Gaza uncovered

A cinematic celebration of the lives of ordinary Palestinians.

Despite the general tenor and tension of such challenging times, it's not often these days that the arts seem to return to first principles, to questioning their own purpose and shaping of meaning, and the ways they operate within the world and its structures of power. And yet, in a climate of seemingly permanent cuts, it's often at that primary level - where we most profoundly shape and reflect the complexities of the collective and the personal - that cultural practice can make the best case for its own continued existence and relevance.

Which is why the premiere viewing of a new documentary, The Gaza Breathing Space Film, to a capacity crowd recently at the Horse Hospital in London, was so striking. Documenting a November 2011 visit to Palestine by British-based Az Theatre director Jonathan Chadwick, it's one of the most affecting - and effective - works of committed cultural encounter to emerge for a long time.

On one level a simple video diary of a 10 day immersion in all aspects of besieged Gazan life, it's also the latest instalment in what will be a 10-year collaboration (begun in early 2009 after the Israeli assault on the strip) between Az Theatre and Gaza's Theatre for Everybody. The latter, working within extreme constraints with children traumatised by what they've faced, are finding remarkable ways to empower communities, to enhance experience and to address the great psychological pressures that generation face.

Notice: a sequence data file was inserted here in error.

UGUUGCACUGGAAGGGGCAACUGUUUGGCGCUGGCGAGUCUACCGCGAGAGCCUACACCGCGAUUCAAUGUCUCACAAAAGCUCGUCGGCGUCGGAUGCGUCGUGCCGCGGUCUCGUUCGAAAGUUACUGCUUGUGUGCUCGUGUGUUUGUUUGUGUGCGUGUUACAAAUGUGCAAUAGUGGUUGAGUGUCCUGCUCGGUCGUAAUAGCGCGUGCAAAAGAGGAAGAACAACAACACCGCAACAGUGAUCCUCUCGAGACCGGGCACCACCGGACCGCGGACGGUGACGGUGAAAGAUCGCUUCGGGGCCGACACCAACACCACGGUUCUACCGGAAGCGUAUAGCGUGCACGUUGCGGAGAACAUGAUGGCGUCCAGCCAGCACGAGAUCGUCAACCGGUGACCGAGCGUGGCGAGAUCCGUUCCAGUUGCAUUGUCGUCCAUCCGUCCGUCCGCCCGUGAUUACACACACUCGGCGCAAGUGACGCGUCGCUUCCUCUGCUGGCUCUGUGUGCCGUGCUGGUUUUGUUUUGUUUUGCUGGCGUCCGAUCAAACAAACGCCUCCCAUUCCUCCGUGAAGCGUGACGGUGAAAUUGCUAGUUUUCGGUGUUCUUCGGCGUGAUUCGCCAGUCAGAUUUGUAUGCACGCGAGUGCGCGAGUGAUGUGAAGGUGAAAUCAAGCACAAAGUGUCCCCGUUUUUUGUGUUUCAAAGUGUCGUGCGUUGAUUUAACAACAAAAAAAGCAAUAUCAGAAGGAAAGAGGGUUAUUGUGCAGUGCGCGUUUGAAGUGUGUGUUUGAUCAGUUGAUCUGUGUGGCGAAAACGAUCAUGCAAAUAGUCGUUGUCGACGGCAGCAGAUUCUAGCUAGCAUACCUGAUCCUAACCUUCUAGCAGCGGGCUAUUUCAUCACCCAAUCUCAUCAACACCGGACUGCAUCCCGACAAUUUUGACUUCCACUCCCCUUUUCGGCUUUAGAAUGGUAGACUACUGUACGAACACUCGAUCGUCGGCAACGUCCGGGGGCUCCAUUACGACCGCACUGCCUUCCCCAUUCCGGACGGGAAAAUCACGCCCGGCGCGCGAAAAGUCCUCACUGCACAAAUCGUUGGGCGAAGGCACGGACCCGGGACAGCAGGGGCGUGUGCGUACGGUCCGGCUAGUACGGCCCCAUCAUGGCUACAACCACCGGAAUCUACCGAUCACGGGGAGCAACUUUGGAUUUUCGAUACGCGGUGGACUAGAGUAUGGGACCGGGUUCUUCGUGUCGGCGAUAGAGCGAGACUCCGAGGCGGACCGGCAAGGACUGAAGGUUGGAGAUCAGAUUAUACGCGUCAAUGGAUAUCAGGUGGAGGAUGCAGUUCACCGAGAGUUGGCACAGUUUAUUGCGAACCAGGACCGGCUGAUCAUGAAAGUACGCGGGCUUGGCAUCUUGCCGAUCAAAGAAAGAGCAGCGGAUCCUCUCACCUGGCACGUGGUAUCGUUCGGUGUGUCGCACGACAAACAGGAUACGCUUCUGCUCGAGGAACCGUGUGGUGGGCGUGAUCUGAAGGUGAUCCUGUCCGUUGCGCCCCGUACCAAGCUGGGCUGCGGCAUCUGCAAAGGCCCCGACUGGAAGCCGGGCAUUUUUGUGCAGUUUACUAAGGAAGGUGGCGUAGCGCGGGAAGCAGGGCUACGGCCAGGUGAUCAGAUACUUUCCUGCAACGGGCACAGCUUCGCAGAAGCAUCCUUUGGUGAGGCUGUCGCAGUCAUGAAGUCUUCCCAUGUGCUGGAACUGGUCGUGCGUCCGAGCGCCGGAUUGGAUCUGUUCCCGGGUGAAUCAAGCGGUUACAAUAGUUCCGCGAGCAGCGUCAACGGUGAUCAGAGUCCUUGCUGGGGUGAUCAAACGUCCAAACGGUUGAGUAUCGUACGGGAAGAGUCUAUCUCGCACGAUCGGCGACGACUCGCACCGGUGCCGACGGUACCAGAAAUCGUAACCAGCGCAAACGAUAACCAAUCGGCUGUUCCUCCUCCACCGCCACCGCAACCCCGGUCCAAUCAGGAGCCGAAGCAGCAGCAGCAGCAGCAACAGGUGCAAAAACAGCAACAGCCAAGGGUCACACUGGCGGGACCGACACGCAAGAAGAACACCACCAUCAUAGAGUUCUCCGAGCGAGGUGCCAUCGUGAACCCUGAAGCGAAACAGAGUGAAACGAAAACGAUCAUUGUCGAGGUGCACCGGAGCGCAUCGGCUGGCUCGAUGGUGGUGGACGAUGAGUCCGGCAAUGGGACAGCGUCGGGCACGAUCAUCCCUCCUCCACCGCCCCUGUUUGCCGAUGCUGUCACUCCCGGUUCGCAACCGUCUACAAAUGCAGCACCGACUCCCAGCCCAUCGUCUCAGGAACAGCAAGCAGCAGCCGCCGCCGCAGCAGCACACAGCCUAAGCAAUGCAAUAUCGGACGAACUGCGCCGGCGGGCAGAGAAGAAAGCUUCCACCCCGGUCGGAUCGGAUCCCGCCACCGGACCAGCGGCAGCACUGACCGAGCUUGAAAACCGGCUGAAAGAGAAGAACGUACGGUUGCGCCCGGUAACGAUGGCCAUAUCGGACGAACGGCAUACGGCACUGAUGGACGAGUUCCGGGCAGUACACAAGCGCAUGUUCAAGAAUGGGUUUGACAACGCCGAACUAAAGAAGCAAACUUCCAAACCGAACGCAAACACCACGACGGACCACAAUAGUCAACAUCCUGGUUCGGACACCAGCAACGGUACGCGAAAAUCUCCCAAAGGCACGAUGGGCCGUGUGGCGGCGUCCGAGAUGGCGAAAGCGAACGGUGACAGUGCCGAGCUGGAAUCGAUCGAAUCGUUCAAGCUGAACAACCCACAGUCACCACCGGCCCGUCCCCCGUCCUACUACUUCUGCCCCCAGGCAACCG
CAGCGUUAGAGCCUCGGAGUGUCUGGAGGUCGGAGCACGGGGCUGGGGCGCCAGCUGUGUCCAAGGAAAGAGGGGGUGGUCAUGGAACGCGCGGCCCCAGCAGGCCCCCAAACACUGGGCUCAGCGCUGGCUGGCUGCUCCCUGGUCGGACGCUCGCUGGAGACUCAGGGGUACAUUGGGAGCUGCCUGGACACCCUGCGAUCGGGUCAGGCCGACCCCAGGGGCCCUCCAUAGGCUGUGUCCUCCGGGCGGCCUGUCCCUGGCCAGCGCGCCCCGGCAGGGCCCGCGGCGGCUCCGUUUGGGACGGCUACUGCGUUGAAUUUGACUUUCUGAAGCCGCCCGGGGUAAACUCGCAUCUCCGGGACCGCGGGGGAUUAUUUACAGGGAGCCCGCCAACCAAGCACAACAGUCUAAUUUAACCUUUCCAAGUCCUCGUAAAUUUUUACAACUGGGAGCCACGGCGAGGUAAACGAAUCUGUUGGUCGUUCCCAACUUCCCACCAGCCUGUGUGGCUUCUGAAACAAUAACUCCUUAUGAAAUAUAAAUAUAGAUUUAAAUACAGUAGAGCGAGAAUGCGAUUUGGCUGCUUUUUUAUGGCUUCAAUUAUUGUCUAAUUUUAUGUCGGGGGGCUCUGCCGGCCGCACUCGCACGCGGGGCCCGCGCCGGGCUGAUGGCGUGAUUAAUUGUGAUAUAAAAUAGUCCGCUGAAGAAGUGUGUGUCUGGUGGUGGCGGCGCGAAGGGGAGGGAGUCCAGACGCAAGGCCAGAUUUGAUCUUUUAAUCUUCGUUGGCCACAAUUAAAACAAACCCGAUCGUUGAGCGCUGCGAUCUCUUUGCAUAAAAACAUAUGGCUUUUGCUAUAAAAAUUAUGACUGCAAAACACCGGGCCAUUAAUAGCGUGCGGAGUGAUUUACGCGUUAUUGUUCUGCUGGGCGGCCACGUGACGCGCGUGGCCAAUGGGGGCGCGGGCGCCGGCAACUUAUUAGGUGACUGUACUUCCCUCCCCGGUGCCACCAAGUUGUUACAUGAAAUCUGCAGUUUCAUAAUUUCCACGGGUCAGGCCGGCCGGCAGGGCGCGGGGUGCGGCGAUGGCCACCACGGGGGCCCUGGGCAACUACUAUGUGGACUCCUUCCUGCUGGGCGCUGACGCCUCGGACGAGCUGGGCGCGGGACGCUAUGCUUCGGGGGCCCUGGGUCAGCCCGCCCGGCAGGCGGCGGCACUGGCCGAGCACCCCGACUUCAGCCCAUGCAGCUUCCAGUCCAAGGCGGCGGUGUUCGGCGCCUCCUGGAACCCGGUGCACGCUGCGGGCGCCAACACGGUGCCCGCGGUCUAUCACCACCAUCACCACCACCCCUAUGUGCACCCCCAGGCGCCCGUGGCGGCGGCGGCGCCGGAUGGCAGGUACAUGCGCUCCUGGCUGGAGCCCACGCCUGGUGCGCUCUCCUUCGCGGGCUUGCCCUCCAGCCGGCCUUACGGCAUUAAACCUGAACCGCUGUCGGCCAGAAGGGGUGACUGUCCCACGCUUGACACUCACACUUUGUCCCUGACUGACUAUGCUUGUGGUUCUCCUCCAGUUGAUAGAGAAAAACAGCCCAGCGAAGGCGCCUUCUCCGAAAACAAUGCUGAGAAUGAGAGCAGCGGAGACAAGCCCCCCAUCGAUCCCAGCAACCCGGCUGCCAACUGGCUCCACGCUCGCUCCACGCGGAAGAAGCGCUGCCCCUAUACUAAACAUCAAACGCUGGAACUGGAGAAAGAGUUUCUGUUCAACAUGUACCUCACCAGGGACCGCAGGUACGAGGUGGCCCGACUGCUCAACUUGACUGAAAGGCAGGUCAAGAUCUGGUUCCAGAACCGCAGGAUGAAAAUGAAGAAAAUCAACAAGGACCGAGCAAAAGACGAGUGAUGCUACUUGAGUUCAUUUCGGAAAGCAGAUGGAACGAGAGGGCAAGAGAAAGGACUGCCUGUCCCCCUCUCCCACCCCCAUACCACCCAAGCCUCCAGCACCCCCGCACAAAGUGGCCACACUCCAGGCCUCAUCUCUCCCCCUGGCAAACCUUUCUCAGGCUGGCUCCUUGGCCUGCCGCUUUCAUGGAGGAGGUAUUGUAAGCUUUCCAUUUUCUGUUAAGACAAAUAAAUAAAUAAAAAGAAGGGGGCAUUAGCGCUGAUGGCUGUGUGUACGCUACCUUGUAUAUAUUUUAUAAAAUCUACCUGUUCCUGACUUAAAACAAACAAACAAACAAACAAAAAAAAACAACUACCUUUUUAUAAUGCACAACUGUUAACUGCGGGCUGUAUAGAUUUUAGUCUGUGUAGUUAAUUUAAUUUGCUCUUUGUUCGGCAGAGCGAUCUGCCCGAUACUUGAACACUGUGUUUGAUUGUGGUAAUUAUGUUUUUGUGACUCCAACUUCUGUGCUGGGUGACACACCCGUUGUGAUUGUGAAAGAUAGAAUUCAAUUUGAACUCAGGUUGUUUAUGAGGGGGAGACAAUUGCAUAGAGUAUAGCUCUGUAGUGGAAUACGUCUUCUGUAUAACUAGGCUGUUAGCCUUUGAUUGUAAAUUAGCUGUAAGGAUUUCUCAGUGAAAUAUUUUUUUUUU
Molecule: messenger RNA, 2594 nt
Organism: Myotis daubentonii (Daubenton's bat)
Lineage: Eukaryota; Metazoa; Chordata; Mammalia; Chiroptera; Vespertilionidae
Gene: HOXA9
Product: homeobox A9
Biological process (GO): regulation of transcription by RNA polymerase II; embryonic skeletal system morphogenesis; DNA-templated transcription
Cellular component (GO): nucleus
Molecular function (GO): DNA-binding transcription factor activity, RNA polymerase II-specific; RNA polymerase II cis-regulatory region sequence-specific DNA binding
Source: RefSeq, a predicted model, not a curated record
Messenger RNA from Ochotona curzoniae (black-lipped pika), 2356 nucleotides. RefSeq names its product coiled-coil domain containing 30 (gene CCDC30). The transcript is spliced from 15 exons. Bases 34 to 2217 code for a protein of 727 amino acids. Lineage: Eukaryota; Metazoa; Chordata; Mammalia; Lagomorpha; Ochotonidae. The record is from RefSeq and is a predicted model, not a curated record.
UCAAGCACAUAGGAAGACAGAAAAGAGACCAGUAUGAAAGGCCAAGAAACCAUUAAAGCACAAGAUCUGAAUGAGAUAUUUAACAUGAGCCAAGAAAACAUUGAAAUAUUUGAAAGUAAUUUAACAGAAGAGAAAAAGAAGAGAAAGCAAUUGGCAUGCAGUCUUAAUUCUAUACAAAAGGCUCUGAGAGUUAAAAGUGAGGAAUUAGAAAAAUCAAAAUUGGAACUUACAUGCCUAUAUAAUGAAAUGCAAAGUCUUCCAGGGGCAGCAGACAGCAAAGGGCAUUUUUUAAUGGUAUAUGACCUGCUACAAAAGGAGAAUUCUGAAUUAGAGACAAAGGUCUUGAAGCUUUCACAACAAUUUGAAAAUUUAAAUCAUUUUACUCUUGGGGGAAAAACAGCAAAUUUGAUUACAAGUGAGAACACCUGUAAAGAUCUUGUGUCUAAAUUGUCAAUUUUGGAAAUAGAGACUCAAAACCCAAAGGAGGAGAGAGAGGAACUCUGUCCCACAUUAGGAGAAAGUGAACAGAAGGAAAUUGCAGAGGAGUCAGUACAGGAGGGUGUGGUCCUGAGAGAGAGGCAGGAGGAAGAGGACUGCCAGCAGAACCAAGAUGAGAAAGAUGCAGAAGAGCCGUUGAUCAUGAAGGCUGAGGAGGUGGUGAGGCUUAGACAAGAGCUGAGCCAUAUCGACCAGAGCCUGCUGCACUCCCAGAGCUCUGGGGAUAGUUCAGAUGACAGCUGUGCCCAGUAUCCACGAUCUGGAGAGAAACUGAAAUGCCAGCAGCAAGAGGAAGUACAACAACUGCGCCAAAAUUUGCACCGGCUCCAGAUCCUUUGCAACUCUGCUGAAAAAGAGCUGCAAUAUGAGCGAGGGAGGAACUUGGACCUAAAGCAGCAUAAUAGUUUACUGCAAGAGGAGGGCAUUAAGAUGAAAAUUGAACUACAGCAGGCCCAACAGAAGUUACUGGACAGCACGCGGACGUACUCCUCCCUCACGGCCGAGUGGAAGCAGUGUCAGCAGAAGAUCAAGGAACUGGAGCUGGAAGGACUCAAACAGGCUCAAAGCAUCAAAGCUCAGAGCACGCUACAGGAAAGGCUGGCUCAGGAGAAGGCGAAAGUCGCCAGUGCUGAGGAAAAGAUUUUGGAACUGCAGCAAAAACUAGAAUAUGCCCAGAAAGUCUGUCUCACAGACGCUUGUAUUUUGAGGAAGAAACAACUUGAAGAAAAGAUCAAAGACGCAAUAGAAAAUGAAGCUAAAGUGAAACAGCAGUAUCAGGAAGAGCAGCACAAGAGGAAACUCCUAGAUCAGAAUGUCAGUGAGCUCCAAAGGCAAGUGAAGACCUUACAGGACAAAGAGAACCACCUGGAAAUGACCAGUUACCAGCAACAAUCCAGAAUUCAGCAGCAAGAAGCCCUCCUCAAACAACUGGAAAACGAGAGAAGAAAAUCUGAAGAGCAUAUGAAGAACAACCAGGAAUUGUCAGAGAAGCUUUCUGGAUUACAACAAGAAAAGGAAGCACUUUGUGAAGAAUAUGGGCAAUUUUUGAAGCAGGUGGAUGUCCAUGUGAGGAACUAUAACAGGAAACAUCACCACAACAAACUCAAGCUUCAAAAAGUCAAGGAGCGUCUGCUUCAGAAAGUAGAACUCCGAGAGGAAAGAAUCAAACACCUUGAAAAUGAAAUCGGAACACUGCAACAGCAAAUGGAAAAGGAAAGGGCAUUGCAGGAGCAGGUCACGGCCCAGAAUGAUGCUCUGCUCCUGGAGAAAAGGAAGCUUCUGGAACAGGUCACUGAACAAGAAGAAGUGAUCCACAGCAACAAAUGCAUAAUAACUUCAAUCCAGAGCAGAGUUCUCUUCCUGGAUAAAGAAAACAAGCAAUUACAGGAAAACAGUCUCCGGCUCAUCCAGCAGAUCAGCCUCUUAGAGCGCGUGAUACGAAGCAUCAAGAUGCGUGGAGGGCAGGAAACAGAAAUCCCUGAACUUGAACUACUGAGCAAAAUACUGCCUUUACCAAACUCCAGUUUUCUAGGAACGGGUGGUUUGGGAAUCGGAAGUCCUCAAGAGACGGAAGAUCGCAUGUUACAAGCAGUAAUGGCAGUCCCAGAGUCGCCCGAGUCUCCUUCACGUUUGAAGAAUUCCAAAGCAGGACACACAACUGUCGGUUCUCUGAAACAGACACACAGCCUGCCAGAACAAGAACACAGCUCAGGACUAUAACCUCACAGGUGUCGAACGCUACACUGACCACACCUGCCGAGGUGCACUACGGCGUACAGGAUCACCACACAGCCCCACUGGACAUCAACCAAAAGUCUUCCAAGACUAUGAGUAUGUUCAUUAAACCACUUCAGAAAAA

Such work within committed theatre practice isn't new of course (from Brecht to Boal and on to the Tricyle Theatre's great testimony stagings), but rarely has it been more necessary. And what's so important about both the film and the performances (made with Chadwick's long-term collaborator, Iraqi film-maker Maysoon Pachachi) is not simply that they work with quiet polemical advocacy and a subtly metaphoric eye, but that they reveal so empathetically the diverse daily registers of being in Gaza; its streets and buildings, shores and squares. Almost completely unseen beyond rapid-fire news items, the territory, with its profoundly unemployed - and predominantly young - population of 1.6 million crowded onto land no larger than the Isle of Wight, is restored to a fuller sight.

Whether it's watching children amazed that there are over 800 smuggling tunnels; learning that, in what has been described as an "open prison", there is a widespread fear of the sea; or meeting workers at Deir Al Balah Rehabilitation Centre, the viewer is gifted a glimpse, in the strongest tradition of documentary practice, of a world both recognisable and startlingly different.